Old policies must be changed for the times, he added.
"The new policies should also integrate the interests of pro- job, pro-people and pro-environment factors ... "
He named "implementation failure" as another obstacle, with the need to transform members of the authorities, as the executors of the policies, into professional, credible and responsive officials with high integrity.
"I think this (implementation failure) is the most crucial problem to be handled right away," Santosa said.
"Institutional failure," either in the central or local government or community level, is another problem that cannot be overlooked. He said it was evident in the partial views of legislators in the House of Representatives.
Environmental issues are handled only by the House's Commission VIII, he noted, instead of in cooperation with other commissions, such as on forestry and trade and industry, with pertinent interests.
"With the partial view, it's no wonder that an (environmental) issue receives different responses from the House's members."
Open government is another issue.
Santosa noted the need for strong public control by mass media, public interest lobbyists, legislative members, experts and observers to ensure open and transparent measures in protecting the environment.
"In Jakarta, the power of civil society (mass media, lobbyists, legislative, experts and observers) in executing public control is strong. Unfortunately, unlike Jakarta, the local authorities are still not very open ... Decentralization of environmental management won't be effective if such a practice is still prevalent at local levels."
He urged local NGOs and communities to push for open government.
The effectiveness of the regulation in protecting the environment is a big question to many.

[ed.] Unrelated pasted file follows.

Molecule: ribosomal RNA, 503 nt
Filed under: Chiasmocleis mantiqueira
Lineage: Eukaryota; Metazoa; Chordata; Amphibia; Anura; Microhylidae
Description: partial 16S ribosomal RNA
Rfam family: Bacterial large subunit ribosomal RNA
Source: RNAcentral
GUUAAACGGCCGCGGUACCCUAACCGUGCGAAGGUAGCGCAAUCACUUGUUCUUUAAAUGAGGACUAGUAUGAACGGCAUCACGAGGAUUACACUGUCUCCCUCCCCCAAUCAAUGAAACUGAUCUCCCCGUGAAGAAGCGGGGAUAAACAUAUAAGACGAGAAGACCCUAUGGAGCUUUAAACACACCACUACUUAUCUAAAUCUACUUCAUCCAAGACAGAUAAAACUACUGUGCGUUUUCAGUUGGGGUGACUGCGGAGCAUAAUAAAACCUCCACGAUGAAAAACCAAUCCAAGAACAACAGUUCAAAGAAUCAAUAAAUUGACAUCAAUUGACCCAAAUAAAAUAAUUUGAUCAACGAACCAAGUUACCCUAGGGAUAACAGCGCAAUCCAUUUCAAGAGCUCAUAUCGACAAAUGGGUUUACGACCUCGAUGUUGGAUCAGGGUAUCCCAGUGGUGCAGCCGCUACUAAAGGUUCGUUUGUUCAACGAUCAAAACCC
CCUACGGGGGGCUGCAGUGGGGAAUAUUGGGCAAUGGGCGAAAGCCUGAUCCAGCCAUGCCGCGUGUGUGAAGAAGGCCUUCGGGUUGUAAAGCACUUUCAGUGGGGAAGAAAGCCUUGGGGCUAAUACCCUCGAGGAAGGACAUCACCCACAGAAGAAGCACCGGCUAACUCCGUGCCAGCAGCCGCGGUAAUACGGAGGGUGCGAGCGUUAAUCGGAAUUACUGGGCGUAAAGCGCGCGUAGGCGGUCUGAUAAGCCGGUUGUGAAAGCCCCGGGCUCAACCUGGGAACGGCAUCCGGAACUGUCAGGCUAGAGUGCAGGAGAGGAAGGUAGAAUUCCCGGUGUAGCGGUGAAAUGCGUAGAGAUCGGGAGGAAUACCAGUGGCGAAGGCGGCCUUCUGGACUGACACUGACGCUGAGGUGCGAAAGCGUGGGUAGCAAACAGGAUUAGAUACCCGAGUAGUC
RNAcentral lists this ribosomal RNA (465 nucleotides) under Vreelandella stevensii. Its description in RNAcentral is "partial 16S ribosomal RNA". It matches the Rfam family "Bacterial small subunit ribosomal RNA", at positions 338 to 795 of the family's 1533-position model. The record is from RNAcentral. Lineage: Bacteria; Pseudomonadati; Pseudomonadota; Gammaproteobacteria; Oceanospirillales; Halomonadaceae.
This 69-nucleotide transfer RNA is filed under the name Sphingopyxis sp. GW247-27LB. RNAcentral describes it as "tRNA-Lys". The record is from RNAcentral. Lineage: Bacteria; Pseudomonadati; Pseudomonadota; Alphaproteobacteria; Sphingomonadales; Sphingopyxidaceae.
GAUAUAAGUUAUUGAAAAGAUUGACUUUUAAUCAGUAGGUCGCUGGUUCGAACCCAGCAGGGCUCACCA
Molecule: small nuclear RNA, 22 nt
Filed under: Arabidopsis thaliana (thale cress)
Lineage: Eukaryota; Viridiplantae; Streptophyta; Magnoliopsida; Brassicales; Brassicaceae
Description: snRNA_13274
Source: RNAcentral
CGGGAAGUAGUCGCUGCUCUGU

Leiden University professor of law Jan Michiel Otto said the effectiveness of environmental management depended on many factors, including the degree of legal certainty.
In his understanding, he added, full decentralization involved four components: tasks, legal powers, resources and decision- making power.
He noted there was a wave of decentralization in developing countries in the 1960s and 1970s.
"However, they (the models) failed to produce the desired results. They remained models on paper, the paper of the law and the organization scheme," said Otto, who has conducted research in Bandung, West Java.
He said that in most developing countries, the central governments did give tasks and some legal powers to regional and local governments. However, they did not provide enough resources and decision-making power, with the people tending to rely on private networks instead of local councils to achieve their goals.
"Consequently, the lower levels of government had neither the manpower nor the money, nor the political power, nor the legitimacy, to be successful."
He said a precise policy on environmental management was needed for Indonesia with its great regional differences.
"It is hard to see how local governments will function in environmental planning and enforcement without strong environmental management at the provincial level," he said. (ste)